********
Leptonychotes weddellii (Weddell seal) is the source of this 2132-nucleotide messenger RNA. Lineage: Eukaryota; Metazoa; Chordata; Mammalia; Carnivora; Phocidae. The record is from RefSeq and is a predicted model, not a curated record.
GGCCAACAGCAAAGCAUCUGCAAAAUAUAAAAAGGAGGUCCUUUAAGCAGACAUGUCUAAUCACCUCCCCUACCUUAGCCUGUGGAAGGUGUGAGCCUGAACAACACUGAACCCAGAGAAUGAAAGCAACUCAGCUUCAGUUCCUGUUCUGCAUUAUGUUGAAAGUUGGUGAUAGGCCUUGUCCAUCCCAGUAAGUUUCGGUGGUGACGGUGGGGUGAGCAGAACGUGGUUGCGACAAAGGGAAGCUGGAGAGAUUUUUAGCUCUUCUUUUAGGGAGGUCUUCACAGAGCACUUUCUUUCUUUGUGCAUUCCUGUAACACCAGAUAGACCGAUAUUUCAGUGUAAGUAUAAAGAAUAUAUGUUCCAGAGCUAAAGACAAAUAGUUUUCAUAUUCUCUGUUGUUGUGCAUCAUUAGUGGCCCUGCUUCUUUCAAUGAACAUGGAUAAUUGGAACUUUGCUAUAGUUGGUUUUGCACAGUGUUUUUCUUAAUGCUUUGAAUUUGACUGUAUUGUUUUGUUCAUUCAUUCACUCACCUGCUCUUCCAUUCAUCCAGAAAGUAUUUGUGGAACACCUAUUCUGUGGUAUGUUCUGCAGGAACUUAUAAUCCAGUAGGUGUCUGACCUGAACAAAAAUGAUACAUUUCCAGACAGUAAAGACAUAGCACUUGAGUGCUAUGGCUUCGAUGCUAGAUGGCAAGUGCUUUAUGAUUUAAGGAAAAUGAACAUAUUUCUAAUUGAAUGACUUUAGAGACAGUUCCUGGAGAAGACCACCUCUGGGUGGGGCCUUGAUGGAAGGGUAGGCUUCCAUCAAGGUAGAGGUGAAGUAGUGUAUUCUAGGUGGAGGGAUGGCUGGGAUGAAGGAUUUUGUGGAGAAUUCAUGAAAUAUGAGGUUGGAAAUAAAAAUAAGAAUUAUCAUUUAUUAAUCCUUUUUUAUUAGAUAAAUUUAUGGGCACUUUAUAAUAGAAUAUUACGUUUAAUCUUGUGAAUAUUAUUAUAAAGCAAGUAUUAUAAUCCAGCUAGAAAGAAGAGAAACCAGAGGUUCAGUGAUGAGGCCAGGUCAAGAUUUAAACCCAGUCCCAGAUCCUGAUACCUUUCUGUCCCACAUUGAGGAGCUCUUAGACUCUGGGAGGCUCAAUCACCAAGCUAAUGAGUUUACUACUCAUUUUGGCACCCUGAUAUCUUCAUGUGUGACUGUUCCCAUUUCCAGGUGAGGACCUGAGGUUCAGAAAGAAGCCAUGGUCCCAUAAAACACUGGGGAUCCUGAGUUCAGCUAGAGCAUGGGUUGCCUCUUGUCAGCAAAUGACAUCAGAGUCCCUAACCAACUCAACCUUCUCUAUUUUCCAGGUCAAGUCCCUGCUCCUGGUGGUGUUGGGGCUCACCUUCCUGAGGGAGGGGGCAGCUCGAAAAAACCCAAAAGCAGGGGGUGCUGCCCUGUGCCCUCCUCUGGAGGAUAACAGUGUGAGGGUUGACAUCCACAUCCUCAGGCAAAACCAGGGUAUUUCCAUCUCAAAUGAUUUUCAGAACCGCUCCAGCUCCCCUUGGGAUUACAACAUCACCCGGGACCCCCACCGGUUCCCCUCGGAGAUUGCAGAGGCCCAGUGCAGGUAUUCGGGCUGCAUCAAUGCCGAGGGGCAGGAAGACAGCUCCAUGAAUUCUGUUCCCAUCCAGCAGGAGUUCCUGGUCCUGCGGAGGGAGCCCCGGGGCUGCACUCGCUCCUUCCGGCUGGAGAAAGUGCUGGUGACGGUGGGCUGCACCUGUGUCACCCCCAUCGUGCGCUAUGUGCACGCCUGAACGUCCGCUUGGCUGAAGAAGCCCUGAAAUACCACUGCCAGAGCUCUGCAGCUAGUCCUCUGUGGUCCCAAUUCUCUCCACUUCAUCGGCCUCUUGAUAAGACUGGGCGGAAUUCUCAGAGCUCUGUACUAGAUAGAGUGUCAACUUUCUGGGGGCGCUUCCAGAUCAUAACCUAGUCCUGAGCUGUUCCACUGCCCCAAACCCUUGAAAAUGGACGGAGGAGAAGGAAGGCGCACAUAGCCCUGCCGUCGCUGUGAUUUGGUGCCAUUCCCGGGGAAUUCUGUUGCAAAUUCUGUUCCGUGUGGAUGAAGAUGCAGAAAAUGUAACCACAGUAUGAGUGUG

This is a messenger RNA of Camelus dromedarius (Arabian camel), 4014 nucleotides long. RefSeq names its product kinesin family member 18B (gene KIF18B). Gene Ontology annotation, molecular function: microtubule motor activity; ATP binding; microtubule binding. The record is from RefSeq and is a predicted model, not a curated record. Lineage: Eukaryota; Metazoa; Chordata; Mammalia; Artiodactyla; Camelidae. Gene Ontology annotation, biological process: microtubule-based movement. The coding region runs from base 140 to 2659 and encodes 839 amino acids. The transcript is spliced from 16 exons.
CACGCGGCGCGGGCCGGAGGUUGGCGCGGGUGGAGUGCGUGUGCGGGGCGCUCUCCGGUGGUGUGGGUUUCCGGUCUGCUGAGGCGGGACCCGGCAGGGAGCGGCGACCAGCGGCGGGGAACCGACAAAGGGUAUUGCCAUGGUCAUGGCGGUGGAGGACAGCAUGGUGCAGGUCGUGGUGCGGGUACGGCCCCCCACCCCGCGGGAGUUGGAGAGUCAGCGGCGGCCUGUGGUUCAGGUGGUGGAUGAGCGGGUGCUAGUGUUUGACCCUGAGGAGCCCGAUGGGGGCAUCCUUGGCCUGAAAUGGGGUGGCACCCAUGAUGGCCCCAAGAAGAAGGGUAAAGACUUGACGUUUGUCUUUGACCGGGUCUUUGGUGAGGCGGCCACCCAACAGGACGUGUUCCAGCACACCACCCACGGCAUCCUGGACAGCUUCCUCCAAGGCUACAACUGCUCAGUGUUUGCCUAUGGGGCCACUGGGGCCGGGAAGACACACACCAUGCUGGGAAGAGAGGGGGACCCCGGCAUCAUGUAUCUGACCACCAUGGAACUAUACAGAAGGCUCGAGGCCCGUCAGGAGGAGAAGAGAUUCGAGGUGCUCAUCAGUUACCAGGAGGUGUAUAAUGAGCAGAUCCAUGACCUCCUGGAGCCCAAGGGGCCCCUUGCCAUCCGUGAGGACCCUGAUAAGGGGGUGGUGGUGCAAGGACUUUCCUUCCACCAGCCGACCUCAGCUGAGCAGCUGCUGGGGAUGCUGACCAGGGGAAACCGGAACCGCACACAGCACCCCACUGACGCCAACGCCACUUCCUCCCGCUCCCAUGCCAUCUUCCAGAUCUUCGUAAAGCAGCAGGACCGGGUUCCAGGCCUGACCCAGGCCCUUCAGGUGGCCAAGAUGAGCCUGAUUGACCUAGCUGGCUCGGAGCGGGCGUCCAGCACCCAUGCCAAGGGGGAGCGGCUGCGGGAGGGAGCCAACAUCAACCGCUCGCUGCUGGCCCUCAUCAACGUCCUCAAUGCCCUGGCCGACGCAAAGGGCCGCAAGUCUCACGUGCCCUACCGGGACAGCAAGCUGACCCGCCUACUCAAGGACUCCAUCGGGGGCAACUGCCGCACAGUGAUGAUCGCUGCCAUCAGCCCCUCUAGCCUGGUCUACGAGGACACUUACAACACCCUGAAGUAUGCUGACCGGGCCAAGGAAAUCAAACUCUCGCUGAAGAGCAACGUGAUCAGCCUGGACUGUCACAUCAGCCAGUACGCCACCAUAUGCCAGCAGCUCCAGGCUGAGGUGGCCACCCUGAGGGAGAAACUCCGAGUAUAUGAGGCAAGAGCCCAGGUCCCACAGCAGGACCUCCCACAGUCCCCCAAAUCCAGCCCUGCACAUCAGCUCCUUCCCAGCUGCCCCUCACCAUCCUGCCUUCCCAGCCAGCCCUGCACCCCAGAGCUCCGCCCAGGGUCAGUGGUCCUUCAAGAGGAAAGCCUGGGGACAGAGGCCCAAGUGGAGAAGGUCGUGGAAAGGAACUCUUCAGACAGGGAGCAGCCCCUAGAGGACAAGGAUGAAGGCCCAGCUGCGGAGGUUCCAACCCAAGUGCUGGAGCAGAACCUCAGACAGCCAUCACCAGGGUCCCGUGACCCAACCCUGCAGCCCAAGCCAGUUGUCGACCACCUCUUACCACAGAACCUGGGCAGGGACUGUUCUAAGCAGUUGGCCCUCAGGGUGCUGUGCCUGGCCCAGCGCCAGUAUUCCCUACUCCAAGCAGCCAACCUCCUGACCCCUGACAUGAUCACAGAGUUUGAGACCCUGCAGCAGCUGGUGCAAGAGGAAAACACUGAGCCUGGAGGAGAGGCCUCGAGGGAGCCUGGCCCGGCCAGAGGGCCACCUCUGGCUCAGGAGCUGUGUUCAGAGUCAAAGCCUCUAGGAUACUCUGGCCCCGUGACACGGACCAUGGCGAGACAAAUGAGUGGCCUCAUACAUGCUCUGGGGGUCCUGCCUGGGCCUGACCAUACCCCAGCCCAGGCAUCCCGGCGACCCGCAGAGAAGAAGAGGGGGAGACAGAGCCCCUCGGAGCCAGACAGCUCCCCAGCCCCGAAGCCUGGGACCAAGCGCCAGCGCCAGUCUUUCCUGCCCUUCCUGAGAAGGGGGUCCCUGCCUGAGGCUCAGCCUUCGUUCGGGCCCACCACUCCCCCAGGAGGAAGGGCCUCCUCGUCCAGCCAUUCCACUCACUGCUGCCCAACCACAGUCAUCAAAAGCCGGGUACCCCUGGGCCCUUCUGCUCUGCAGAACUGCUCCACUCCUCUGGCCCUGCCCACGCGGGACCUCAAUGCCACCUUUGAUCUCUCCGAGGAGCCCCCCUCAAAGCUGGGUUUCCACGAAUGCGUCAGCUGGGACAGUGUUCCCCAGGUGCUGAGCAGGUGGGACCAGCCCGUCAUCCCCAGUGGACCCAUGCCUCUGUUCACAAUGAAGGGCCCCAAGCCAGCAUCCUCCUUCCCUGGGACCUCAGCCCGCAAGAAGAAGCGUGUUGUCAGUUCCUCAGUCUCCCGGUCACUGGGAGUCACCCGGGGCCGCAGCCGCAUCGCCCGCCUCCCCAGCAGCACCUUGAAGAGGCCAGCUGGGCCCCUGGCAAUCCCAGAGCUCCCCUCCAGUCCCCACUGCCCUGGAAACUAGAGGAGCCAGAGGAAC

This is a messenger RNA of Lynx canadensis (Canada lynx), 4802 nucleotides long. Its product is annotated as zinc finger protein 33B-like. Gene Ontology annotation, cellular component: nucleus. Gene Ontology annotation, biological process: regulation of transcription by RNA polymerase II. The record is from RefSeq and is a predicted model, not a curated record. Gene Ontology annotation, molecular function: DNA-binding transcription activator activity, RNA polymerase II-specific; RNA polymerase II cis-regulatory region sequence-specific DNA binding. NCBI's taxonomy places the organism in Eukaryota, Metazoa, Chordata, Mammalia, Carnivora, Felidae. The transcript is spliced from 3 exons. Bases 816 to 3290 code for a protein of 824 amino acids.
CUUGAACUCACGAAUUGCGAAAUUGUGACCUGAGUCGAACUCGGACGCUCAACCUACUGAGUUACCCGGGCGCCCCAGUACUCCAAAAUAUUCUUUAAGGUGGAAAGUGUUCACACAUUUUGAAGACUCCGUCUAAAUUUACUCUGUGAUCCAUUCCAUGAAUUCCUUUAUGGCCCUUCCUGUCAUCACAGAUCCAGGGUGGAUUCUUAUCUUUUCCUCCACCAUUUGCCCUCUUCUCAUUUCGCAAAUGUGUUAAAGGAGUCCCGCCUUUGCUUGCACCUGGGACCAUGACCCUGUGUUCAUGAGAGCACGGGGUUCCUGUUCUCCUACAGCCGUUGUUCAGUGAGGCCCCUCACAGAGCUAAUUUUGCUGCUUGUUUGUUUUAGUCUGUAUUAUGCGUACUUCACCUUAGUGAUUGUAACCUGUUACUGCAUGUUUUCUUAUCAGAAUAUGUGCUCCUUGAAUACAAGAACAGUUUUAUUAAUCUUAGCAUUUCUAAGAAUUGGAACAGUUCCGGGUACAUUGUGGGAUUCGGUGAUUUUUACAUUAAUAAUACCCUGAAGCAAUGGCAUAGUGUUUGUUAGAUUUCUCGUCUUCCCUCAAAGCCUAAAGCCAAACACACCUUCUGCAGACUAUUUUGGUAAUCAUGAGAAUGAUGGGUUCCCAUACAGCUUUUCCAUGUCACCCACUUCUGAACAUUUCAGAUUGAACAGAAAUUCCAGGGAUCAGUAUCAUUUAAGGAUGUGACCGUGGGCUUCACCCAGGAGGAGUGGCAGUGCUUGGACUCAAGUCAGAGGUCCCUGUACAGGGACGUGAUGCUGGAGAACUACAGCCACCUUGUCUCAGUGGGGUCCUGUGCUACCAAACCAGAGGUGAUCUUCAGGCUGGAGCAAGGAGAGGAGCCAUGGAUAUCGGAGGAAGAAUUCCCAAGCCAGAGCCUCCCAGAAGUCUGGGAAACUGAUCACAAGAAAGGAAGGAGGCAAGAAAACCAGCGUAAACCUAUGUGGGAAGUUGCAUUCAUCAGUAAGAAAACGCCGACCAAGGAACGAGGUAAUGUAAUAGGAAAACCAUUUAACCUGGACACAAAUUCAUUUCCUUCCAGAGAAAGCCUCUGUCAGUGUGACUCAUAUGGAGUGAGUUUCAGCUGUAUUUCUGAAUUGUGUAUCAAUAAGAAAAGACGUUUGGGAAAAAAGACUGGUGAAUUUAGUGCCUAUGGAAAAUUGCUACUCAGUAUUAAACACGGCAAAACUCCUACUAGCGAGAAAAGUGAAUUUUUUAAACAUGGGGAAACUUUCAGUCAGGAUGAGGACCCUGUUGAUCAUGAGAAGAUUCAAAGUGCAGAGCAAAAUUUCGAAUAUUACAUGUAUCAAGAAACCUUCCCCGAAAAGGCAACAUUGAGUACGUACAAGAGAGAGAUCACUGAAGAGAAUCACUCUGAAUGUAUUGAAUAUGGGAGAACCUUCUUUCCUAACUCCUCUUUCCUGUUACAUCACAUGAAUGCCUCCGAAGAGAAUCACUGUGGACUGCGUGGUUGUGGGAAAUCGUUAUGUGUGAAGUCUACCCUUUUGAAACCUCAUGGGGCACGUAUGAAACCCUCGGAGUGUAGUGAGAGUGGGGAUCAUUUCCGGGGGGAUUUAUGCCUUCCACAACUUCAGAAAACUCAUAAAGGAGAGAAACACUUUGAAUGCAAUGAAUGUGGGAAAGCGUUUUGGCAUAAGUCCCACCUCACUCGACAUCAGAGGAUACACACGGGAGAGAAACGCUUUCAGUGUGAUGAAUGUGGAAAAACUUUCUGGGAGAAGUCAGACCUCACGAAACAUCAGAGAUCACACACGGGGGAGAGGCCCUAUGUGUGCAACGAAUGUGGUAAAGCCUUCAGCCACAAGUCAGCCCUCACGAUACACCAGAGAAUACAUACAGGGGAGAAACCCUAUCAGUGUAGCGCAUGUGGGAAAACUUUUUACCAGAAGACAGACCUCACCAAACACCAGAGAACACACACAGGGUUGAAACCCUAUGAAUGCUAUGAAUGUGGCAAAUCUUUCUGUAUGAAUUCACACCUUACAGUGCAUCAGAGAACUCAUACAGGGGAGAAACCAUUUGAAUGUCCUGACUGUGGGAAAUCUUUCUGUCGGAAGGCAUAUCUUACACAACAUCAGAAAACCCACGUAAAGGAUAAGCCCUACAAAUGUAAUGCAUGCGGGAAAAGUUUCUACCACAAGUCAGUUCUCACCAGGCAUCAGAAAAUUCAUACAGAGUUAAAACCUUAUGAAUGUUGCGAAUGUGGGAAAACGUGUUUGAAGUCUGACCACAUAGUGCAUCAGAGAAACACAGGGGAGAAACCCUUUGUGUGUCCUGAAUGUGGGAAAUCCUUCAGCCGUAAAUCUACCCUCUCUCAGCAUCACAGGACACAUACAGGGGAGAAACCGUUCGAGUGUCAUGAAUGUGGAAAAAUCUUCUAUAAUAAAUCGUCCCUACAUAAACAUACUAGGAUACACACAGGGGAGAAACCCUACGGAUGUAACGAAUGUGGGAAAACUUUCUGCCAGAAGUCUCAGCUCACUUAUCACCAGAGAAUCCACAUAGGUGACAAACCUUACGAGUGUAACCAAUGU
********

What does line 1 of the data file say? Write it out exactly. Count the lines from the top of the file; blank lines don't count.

Leptonychotes weddellii (Weddell seal) is the source of this 2132-nucleotide messenger RNA. Lineage: Eukaryota; Metazoa; Chordata; Mammalia; Carnivora; Phocidae. The record is from RefSeq and is a predicted model, not a curated record.